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Parasites - City Guy

Margonme

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City Guy raised the subject of a cow's immune response to parasites.  That subject is complicated.  I hope Lucky joins this thread.

Invertebrate parasites cross many Phyla  from Protozoa to Chordata.  The best example of a Chordate parasite is the lamprey which attaches itself to a fish and sucks the body fluids.

The question is:  Does a producer rely on his cattle producing a natural immunity to parasites or does he employ a parasiticide?  In the case of protozoan parasites, cattle develop effective immunity but even in the case of coccidia, it often becomes necessary to administer a coccidiastat or coccidiacide.

In the case of nematodes which is one of the largest groups of helminth parasites of cows, immunity is not always effective.  No informed progressive producer would rely on a cows innate immunity to protect the cow from tape worms, round worms or lung worms. 

Here is a summary from an article that is part of a series of reviews covering Mucosal Immunity appearing in Volume 260 of Immunological Reviews.  It provides some background on how complex the issue of parasite immunity is. Keep in mind as you read this that it acknowledges innate and adaptive immunity occur but the series also acknowledges that those mechanisms do not fully protect a host from all species and circumstances:

Immune responses to gastrointestinal nematodes have been studied extensively for over 80 years and intensively investigated over the last 30–40 years. The use of laboratory models has led to the discovery of new mechanisms of protective immunity and made major contributions to our fundamental understanding of both innate and adaptive responses. In addition to host protection, it is clear that immunoregulatory processes are common in infected individuals and resistance often operates alongside modulation of immunity. This review aims to discuss the recent discoveries in both host protection and immunoregulation against gastrointestinal nematodes, placing the data in context of the specific life cycles imposed by the different parasites studied and the future challenges of considering the mucosal/immune axis to encompass host, parasite, and microbiome in its widest sense.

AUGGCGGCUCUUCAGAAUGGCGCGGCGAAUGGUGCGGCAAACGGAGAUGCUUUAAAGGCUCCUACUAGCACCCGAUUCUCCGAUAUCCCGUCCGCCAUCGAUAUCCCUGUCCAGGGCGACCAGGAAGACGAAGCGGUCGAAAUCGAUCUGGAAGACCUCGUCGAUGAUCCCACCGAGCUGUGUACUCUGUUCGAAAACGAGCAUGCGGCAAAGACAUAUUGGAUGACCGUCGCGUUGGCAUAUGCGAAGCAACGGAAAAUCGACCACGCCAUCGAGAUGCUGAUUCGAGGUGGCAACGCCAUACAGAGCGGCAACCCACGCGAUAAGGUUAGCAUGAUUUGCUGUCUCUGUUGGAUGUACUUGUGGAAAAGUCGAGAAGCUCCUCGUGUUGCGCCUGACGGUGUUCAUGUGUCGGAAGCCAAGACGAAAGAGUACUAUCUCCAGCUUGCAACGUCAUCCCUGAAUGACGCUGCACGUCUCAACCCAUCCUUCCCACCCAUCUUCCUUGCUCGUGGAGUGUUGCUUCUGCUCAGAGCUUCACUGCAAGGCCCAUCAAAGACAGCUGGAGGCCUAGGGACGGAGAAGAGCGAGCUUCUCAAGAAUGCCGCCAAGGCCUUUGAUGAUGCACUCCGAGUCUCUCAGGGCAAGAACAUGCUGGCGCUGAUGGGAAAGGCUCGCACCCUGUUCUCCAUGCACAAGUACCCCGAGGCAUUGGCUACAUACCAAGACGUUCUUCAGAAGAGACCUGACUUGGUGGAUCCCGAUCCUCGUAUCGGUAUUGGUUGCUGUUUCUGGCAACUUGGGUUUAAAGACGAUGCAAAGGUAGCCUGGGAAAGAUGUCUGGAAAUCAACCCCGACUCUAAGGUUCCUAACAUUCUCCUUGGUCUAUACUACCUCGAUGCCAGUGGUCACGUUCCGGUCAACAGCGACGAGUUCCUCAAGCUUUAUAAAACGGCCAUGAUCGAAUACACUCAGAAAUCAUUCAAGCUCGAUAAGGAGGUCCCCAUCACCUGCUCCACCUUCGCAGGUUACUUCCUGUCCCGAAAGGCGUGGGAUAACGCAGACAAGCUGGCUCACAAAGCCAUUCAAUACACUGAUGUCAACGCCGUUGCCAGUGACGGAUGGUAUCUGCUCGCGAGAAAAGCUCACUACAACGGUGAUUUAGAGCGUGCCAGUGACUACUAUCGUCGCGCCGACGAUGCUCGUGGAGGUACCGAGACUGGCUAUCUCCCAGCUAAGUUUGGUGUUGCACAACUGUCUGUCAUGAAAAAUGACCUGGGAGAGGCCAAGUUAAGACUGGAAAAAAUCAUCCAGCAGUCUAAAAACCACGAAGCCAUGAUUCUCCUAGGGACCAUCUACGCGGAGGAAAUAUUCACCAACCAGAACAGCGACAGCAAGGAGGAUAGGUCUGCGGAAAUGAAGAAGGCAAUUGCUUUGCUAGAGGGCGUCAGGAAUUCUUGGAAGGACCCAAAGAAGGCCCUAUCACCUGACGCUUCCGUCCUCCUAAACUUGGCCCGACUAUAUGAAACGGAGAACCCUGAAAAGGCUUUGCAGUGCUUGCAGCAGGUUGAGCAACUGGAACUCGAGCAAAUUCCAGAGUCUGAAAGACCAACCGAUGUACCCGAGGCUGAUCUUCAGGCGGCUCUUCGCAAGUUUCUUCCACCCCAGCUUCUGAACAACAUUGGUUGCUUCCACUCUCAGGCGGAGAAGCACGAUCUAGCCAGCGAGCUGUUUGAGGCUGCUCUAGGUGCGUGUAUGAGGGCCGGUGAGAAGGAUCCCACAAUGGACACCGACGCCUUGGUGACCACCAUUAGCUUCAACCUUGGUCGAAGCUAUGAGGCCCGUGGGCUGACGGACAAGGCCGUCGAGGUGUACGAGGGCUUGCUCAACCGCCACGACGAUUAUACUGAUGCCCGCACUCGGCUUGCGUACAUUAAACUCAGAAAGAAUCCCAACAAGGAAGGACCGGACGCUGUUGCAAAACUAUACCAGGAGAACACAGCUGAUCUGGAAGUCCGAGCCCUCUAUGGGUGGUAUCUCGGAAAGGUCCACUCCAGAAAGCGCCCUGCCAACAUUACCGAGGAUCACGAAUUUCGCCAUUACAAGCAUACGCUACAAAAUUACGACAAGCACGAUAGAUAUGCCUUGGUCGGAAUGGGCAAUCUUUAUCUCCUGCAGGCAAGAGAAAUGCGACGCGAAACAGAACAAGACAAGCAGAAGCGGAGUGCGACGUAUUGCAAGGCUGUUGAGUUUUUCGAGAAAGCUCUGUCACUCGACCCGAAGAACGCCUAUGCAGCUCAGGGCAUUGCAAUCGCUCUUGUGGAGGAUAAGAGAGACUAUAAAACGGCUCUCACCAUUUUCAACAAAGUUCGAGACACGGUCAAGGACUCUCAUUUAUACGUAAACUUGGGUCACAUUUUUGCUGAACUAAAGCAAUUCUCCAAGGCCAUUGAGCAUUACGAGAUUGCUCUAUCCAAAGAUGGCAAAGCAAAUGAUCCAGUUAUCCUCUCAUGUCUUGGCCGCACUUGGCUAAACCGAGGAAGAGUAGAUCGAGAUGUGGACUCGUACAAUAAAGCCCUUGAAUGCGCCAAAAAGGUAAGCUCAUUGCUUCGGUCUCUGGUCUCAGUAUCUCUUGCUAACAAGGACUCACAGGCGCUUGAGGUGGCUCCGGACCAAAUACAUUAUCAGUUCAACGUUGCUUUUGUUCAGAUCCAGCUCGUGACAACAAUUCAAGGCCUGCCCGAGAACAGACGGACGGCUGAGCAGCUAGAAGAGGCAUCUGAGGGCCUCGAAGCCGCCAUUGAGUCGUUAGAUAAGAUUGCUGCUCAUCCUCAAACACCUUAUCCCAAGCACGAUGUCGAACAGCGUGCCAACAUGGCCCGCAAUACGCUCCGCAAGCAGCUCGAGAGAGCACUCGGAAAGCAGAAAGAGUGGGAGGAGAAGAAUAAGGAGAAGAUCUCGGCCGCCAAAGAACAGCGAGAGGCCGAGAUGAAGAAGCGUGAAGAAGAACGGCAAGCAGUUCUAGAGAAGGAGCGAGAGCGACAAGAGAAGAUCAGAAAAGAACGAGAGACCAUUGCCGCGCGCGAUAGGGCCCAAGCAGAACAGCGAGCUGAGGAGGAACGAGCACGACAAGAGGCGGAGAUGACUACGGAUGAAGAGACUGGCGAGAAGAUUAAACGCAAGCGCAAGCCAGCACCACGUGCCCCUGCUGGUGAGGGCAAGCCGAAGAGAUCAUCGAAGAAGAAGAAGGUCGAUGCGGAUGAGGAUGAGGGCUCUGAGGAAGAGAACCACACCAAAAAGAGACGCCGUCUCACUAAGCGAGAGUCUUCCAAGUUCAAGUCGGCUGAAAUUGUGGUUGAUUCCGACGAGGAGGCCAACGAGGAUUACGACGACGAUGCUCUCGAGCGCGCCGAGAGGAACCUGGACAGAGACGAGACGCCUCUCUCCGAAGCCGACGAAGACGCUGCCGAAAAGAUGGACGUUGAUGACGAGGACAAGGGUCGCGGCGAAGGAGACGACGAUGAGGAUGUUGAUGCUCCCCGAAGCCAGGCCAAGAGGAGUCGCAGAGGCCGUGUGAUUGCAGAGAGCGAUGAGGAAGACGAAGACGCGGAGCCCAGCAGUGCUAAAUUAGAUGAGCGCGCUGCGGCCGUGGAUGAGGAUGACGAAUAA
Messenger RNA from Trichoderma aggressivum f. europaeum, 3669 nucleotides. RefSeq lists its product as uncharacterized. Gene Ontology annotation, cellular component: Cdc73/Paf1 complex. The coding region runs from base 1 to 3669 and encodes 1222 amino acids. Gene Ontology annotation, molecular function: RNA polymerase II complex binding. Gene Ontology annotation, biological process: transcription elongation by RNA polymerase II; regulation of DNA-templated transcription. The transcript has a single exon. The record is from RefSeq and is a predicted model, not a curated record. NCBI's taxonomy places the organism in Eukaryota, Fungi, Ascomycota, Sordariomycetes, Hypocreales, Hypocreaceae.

Introduction

Infection by gastrointestinal (GI) nematodes is the norm, and almost any animal with a GI tract will have at least one species of GI nematode that infects it for at least part, but more likely, most of its lifetime. This also includes man in areas of the world without access to modern intervention strategies and accounts for over 1 billion infected individuals worldwide. These parasitic species conform to the standard general nematode morphology and undergo the characteristic four molts during growth and development. The parasitic species considered here are dioecious and life spans vary from weeks to years. Investigation of these infections is not only of direct relevance to human and animal health, but also because they present a constant and major challenge to the immune system especially via the intestinal tract. They have done so throughout the course of evolution and are likely to have been a major driving force in the evolution and development of immune responses in the GI tract (and at other mucosal surfaces). Thus, analysis of immune responses to such parasites has application not only to the development of diagnostics and approaches to immunological based control measures such as vaccination, but also to our fundamental understanding of immunological mechanisms per se.

Ultimately, to fully understand the immune response to these parasites, it is important to appreciate their epidemiology and life cycle strategies to provide a basis for interpretation of immunological analysis of studies undertaken in endemic regions where infection is acquired naturally. This will place laboratory studies in context and allow recognition of the limitations of each approach. Notwithstanding this, it is clear that study of immunity to GI nematodes has greatly enriched our overall understanding of host protective responses and generated new concepts of immune regulation.